the elongated voids defined by the cell walls, a major proportion. The coarse-pore cellular layer (layer C) of the sheet material of this invention has a cellular structure that is honeycomb-like; this means that it has a cell pattern resembling or suggesting that of a honeycomb with respect to general cell shape and arrangement when viewed in cross section under a microscope. This does not mean that the cells have exactly the same shape or size as those of a real honeycomb. The cellular structure of layer (C) is honeycomb-like in the fact that about 75-100% of its volume is composed of cells that are Contiguous, or in contact with one another;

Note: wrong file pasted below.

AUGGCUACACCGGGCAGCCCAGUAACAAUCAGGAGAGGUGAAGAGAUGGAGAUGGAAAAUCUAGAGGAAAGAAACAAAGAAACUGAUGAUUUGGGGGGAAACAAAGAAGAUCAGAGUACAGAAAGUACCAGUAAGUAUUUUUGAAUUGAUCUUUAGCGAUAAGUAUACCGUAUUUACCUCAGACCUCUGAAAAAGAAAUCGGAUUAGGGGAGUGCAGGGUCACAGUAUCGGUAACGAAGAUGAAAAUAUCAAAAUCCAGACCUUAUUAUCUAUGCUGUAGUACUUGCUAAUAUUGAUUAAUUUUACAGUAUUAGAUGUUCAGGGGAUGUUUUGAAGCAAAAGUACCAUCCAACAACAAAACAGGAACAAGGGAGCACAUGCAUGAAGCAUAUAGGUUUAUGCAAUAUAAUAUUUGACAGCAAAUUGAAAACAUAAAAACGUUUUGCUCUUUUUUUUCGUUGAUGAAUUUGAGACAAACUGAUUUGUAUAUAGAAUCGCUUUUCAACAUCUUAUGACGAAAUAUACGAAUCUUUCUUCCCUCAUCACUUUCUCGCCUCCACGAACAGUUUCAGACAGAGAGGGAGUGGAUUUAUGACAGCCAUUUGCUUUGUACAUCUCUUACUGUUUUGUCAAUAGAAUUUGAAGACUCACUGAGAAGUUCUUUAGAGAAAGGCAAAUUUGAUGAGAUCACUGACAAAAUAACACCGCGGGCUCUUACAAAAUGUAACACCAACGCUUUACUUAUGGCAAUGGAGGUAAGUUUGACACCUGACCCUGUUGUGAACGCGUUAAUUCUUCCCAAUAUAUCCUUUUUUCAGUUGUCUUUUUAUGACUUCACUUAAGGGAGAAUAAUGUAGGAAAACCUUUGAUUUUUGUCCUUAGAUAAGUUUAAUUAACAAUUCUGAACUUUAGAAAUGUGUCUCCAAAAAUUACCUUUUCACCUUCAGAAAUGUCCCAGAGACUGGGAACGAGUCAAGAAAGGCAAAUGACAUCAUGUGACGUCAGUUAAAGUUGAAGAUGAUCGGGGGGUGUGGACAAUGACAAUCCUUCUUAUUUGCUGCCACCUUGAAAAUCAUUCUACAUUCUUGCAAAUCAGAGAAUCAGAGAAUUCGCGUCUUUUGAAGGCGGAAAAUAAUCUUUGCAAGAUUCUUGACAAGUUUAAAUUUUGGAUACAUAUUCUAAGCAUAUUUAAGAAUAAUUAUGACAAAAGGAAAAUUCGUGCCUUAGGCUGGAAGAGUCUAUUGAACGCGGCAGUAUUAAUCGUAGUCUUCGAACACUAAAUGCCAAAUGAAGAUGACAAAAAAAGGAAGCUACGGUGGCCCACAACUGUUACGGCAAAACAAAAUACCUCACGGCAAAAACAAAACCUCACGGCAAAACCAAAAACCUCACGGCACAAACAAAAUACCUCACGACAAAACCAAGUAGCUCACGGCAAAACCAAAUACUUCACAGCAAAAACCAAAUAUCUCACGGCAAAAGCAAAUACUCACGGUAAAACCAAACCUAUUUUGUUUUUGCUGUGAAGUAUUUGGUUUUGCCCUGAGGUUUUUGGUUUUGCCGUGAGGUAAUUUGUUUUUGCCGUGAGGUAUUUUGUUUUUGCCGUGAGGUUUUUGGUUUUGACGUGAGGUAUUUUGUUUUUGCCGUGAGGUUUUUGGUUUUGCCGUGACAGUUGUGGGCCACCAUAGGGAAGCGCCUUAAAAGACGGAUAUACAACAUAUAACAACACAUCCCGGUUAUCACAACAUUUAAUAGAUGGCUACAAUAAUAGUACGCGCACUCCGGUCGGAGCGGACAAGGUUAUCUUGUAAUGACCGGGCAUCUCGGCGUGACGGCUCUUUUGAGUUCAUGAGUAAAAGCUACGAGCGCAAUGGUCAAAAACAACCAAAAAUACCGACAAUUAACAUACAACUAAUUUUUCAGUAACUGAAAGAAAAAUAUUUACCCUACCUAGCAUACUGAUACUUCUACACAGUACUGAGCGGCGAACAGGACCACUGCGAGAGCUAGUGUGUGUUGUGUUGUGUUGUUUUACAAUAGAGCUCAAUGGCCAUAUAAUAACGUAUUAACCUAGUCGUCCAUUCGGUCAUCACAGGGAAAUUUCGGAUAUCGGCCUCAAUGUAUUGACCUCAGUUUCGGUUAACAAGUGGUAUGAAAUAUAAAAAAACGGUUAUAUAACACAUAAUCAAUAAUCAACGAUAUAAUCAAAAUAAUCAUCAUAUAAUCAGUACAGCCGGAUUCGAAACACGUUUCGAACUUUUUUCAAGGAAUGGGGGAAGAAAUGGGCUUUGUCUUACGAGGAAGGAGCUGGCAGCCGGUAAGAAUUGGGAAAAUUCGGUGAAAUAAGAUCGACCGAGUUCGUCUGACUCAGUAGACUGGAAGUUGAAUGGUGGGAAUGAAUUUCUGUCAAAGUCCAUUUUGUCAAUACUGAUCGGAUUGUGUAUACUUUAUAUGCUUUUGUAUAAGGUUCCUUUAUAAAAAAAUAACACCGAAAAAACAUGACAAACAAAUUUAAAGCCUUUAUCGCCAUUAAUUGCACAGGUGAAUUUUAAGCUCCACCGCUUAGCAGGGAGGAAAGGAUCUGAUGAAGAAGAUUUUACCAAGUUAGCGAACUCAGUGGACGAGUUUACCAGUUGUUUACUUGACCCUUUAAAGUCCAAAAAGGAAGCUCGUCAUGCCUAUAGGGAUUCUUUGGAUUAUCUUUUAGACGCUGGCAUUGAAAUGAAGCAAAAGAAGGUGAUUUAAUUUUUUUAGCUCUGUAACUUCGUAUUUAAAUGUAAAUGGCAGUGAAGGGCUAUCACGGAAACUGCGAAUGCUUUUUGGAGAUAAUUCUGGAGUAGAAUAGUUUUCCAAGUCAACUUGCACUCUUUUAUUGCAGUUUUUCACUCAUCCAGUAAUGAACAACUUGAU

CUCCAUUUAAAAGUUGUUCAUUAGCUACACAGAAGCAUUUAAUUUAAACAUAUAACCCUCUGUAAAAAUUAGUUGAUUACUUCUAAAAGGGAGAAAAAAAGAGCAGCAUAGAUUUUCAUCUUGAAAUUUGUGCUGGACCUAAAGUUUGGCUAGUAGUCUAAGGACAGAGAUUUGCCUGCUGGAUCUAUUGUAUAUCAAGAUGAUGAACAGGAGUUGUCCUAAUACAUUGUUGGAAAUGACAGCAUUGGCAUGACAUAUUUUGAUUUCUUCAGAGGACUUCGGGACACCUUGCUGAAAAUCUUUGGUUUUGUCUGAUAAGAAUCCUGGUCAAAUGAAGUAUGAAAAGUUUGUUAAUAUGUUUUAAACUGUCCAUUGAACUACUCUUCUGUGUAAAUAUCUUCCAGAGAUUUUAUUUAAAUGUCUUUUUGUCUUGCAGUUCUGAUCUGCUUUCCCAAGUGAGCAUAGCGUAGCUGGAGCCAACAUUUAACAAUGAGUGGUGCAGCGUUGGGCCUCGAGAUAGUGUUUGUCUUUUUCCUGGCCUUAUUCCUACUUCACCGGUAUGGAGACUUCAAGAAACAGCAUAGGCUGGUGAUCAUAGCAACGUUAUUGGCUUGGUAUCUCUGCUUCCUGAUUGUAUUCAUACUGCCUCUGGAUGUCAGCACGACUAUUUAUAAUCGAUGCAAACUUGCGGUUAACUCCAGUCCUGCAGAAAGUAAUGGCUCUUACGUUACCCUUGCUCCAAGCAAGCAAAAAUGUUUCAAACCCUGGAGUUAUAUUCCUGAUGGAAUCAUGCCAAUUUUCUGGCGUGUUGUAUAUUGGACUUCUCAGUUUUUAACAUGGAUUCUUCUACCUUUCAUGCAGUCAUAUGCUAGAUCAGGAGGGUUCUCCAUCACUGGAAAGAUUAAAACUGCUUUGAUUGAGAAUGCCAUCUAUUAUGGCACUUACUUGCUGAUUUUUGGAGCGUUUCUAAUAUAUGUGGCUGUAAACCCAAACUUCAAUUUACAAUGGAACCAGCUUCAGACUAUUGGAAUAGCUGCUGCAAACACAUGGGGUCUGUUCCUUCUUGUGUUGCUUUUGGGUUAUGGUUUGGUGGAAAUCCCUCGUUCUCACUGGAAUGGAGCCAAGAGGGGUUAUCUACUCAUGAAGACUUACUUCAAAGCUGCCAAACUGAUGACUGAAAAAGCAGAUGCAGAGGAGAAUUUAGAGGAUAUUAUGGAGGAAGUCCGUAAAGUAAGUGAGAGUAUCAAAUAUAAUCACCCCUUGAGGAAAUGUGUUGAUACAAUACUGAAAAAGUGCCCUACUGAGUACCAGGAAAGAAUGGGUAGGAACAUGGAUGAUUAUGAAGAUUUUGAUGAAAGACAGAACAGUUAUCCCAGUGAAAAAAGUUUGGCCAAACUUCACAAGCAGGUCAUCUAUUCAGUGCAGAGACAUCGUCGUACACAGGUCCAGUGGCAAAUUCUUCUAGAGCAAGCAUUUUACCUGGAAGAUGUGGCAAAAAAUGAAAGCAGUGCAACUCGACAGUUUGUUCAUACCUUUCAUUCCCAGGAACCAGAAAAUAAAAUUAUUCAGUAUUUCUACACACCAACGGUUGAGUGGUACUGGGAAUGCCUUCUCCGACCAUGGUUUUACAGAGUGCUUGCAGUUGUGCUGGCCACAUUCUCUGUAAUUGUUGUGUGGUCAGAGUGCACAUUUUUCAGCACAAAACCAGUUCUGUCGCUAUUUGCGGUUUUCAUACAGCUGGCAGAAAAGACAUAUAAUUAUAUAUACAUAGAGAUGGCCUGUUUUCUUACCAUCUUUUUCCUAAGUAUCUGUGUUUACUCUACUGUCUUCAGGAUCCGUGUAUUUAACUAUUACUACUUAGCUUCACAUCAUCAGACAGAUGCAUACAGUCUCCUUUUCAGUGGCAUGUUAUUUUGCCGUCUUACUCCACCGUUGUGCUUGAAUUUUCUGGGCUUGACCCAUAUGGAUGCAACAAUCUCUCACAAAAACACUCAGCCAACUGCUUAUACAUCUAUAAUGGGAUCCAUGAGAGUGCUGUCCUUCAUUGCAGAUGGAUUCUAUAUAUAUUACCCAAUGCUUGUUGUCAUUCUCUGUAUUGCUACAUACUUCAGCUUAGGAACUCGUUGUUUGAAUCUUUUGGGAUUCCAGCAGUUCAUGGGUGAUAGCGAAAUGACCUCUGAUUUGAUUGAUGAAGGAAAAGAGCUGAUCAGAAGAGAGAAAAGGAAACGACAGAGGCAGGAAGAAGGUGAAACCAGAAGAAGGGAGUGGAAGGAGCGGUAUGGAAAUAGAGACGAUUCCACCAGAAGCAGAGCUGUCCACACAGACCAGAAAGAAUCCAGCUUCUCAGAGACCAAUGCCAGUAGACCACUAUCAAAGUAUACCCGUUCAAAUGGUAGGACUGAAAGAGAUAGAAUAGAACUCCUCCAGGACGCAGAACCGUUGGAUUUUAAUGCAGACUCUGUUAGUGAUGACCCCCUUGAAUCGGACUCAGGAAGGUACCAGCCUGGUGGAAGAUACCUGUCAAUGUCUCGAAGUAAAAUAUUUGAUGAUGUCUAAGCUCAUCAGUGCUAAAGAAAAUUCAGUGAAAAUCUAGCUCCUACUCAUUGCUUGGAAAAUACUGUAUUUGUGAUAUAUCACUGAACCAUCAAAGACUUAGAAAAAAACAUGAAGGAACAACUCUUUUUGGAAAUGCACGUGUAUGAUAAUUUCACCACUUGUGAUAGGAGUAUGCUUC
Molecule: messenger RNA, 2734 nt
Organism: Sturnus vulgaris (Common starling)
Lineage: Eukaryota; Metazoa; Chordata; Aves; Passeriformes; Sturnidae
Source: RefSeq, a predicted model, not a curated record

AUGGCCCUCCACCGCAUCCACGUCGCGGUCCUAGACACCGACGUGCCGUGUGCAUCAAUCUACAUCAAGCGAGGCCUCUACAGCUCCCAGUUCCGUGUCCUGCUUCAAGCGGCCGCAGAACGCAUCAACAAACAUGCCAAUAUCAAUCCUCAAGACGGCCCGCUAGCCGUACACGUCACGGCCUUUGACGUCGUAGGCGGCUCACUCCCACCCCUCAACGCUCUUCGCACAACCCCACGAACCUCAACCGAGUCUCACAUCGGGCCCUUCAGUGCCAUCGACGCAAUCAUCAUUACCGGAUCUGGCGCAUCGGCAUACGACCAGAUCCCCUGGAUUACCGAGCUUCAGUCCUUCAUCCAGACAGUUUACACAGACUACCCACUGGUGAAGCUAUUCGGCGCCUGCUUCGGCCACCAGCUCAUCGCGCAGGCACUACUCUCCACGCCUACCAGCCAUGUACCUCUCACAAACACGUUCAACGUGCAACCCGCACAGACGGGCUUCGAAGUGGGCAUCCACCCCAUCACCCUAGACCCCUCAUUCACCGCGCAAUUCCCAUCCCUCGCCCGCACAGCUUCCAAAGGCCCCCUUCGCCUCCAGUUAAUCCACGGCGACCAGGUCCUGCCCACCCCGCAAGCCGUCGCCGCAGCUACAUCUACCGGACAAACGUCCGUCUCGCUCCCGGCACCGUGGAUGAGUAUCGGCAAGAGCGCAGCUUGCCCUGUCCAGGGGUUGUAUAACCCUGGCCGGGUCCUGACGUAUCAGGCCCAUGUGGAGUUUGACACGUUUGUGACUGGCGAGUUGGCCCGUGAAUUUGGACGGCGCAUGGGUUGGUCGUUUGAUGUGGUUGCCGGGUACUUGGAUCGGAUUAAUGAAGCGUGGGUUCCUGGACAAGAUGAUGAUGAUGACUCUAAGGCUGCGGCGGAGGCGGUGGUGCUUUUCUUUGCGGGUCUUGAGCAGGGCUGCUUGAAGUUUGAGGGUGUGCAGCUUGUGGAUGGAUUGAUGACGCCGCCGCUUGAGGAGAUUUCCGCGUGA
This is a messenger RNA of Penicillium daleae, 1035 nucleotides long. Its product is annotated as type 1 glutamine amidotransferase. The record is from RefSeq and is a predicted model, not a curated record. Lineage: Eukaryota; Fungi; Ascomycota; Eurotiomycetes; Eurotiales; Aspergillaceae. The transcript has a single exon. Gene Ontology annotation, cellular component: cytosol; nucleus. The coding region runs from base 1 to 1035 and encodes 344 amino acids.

Elongated, or greater in height than in average diameter;

Perpendicularly oriented-that is, they have a substantially perpendicular orientation of their longest dimension in relation to the plane of the surface of the sheet;

Shaped generally like a hollow cylinder-thus they are tubular or fistulous; and

Defined by cell walls that are quite thin in relation to the average cell diameter, the wall thickness usually being but a fraction (e.g., /4 to or less) of the cell diameter.

While the elongated cells of layer (C) generally have a substantially perpendicular orientation, in some embodiments of the invention a major proportion of these cells are slanted so as to form an angle of up to about 45 degrees relative to the plane of the surface of the sheet.